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Tuesday, January 22, 2013

"Take This Waltz": Mopey, Misguided

Spoiler alert! This review will reveal the end of "Take This Waltz."

"Take This Waltz" tells the story of Margot, a chronically depressed woman who is in a nice, stable marriage to Lou, a nice, stable guy. Margot meets, by chance, Daniel, a man who is slimmer, poorer, more artistic, and more conventionally handsome than her nice, stable husband. Don promises Margot hot experiences in bed. Margot leaves Lou for Dan.

In a montage sequence, Margot is shown having hot encounters with Dan, including three ways. Then Margot is shown being, again, chronically depressed. Margot implies that she regrets leaving Lou.

And that's it. That's the whole movie. It's not funny; it's not smart; it's not wonderful to look at. The direction, sets, costumes, dialogue, are all very not-special. The one powerful thing in the film is Michelle Williams' performance as Margot. Williams is a one woman storm front. Williams flutters and pouts and tears up and mopes with great gusto. Her performance totally overpowers anything else in the film, and it just starts feeling odd that someone is acting so hard in response to such a flimsy script in a film that isn't going anywhere.

Lou and Margot aren't believable as a stable, settled couple. Michelle Williams is too young and too attractive. You think – he married her for her looks; she married him because she was looking for a rock. Their marriage is awkward. They aren't shown supporting or enjoying each other. They are shown not connecting and letting each other down. You don't get the sense that Margot is sacrificing one good thing – intimacy and security – for another good thing – dangerous but thrilling encounters with the unknown. You get the sense that someone without much life experience or depth wrote this script very quickly and without input or rewrites.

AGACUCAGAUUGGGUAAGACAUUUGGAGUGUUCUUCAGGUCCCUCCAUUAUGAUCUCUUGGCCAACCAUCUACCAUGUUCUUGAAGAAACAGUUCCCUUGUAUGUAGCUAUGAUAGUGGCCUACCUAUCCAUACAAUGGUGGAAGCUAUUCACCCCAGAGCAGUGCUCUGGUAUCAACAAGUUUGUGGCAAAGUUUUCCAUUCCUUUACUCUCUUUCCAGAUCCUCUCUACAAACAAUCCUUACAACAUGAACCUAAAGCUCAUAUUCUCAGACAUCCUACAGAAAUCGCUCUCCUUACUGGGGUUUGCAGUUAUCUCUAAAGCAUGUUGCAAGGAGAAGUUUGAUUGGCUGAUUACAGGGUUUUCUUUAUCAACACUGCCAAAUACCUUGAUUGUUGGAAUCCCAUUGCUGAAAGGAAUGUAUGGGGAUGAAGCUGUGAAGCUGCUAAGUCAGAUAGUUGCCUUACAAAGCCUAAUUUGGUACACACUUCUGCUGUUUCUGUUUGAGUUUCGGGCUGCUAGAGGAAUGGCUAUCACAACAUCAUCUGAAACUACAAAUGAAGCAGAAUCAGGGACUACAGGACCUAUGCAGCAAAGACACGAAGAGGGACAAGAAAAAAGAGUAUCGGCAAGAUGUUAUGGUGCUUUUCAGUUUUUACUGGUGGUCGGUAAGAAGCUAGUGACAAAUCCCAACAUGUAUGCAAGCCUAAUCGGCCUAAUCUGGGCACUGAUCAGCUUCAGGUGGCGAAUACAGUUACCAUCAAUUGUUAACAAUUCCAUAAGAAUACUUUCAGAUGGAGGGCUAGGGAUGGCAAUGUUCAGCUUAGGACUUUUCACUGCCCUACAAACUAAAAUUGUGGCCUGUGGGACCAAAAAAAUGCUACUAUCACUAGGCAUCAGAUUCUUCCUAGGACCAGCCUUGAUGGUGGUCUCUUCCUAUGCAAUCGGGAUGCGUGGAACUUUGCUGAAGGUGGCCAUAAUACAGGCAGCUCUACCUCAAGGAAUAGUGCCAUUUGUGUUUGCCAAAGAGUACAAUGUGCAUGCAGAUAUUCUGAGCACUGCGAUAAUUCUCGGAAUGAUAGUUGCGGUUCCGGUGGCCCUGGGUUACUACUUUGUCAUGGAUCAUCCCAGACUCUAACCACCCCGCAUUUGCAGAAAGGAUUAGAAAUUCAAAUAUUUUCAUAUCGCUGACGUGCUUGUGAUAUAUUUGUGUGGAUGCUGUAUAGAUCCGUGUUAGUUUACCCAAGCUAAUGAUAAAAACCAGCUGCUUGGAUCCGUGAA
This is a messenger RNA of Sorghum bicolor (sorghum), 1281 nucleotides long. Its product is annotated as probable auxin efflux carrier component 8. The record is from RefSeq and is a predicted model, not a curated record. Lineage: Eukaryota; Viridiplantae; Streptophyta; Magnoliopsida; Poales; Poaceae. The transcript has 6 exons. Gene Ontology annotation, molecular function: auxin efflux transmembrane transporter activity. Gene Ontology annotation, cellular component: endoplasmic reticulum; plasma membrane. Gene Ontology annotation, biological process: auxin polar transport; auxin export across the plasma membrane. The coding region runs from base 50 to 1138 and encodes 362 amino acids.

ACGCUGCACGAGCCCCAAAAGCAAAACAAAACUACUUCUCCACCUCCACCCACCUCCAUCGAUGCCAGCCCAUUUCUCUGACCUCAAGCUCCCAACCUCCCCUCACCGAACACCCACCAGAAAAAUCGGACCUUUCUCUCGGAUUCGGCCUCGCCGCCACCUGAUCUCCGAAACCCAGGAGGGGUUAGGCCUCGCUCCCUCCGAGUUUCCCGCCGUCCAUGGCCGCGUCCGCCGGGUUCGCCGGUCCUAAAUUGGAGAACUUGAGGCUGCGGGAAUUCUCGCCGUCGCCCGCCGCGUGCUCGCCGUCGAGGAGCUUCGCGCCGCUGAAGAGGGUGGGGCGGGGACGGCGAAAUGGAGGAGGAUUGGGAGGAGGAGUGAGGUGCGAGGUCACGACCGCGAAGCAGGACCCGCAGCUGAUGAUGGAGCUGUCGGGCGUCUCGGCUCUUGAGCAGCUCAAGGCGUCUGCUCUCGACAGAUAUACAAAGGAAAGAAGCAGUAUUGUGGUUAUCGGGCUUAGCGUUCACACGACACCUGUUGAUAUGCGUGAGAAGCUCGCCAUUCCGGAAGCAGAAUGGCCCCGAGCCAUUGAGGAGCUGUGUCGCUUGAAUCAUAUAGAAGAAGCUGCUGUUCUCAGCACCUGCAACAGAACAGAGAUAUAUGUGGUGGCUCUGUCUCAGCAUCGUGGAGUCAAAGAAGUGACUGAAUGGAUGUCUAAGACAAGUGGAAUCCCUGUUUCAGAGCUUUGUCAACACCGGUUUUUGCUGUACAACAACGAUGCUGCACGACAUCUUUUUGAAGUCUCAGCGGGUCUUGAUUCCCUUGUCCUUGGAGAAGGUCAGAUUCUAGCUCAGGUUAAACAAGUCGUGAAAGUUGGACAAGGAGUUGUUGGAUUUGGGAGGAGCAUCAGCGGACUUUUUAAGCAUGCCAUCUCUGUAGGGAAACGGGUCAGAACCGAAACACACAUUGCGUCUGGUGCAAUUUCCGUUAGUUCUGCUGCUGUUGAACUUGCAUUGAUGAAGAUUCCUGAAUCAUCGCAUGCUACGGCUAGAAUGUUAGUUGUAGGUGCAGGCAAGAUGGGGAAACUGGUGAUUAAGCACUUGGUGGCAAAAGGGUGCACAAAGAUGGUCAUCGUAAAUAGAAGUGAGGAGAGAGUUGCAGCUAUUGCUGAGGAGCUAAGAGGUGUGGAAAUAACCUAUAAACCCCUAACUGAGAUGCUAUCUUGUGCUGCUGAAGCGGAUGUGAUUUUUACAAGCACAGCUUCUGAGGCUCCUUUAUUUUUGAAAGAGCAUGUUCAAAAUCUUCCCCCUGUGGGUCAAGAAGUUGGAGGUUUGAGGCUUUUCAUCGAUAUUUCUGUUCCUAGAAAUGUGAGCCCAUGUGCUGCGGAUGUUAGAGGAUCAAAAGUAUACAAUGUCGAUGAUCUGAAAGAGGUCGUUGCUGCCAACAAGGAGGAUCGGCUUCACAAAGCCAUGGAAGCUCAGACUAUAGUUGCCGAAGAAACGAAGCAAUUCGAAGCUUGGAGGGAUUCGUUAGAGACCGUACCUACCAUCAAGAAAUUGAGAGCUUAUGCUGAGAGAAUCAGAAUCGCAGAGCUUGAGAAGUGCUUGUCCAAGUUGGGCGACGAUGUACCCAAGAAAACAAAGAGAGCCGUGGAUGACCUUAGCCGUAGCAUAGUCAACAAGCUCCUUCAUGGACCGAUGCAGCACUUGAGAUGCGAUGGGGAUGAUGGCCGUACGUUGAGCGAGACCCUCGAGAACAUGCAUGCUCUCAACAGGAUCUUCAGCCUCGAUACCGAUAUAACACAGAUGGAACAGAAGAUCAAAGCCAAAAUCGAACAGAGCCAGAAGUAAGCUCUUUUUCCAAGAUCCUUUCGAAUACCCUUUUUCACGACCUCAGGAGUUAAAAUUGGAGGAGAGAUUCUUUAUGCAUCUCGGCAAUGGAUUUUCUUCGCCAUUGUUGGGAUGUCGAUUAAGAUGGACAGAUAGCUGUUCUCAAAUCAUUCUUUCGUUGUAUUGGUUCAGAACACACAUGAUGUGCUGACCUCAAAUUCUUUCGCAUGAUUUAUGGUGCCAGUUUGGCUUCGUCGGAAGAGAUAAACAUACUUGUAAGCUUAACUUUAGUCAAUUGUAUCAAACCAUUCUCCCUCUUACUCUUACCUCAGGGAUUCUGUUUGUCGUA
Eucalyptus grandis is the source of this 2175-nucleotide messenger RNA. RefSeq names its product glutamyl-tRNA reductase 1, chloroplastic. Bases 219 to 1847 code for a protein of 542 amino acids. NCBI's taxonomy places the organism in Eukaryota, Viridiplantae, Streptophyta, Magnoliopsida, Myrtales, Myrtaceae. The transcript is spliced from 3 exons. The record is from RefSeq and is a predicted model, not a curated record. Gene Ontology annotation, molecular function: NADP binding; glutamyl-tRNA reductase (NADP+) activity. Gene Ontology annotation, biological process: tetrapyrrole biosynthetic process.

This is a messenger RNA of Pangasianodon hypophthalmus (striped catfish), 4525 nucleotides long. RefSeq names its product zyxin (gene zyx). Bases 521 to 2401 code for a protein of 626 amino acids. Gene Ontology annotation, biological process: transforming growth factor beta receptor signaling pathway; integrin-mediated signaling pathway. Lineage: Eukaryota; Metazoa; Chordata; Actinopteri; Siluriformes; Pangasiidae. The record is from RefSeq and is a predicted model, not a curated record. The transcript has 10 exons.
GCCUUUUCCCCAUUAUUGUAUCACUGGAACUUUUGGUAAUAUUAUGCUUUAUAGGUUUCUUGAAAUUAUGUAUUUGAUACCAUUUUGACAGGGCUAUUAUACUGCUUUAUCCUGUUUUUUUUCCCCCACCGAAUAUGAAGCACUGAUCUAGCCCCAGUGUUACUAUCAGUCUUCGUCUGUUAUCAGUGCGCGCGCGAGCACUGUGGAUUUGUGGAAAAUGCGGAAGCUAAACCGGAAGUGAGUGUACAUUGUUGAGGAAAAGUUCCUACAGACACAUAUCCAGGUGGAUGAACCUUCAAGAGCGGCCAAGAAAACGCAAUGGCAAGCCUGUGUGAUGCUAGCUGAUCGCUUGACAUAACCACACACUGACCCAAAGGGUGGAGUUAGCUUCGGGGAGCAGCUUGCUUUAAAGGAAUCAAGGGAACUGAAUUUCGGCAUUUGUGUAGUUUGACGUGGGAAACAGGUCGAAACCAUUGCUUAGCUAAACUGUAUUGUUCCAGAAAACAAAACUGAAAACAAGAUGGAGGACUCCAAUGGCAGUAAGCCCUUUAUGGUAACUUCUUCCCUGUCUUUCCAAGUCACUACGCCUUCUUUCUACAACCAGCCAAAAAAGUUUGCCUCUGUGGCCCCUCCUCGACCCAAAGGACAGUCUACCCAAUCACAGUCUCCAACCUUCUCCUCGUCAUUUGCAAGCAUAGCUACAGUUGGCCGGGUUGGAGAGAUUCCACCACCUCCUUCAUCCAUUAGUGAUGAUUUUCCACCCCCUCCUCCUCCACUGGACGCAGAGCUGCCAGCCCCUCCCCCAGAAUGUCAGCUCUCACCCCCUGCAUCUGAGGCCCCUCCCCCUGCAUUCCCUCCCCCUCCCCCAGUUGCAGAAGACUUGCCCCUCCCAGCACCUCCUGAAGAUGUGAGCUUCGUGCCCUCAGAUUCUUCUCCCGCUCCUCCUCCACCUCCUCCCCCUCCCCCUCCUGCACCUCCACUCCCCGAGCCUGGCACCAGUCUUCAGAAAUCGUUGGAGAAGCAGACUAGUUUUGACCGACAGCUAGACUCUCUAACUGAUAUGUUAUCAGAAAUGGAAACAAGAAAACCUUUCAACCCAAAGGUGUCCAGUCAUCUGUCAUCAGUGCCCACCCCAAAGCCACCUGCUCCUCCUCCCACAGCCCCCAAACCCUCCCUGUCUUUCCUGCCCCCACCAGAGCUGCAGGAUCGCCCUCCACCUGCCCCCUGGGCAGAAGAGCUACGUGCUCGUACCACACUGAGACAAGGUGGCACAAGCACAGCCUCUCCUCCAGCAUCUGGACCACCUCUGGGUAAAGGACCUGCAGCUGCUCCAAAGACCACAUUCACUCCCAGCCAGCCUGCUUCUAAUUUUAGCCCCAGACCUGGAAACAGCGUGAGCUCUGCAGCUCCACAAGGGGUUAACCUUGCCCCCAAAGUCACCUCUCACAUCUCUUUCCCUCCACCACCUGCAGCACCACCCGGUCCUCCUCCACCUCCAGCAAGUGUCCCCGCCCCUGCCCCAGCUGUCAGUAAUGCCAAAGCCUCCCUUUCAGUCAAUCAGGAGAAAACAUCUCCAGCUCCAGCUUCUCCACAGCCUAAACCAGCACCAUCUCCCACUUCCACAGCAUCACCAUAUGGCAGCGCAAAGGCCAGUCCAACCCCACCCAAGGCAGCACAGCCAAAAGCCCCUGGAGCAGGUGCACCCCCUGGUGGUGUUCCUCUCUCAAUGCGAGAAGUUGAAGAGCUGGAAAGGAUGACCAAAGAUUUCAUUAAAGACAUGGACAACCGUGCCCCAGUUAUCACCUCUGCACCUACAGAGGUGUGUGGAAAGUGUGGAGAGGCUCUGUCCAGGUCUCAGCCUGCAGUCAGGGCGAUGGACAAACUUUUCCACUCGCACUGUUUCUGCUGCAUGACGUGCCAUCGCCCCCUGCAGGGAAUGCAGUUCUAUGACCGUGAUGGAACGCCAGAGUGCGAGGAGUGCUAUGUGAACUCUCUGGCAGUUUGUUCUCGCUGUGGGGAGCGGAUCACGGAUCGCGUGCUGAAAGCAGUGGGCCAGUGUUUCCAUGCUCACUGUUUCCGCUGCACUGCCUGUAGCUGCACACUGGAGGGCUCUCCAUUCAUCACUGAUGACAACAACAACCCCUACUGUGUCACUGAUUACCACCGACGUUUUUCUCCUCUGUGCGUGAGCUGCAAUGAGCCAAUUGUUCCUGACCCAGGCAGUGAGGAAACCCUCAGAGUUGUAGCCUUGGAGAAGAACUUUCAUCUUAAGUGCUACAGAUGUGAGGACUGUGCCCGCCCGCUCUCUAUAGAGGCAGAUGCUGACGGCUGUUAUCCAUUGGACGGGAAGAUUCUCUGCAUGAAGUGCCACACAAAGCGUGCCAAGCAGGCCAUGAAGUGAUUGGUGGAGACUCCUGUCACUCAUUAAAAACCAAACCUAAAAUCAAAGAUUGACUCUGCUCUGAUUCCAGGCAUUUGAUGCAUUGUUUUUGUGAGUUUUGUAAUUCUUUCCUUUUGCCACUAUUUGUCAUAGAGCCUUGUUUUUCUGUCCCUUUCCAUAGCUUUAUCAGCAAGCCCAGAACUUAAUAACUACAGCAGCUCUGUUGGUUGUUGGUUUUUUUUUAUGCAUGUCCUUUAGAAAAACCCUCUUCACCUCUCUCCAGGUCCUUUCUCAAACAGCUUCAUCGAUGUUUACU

The film throws in attempts to be artistic. Margot meets Dan at an open air museum where historical re-enactors whip a man accused of adultery. Margot is lectured by naked older women in a public shower: even new things get old. Lou is a cookbook author who writes only about chicken. The joke is, of course, that even exotic meats like snake are said to "taste like chicken." Exotic Dan will eventually bore Margot just as domestic Lou did. These attempts to be artistic just make the film desperate and pretentious, not deep.

The problem with the film is the problem with Margot. She is depressed; that is the central fact of her life. A dramatically arresting film about Margot would address her depression. She'd do what depressed people do – go to a shrink, try various medications, contemplate suicide, talk it out with friends. The film tries to be about the entropy of nice, stable relationships versus the appeal of the hot Bohemian stranger who promises an erotic candy shop of delights. That very interesting dilemma is not honored by the film. You don't look at Margot and think, "Appreciate what you have," or even, "Go for it!" You look at Margot and think "Prozac. Please. Or talk therapy or something. Or else this film is going to kill me with boredom."

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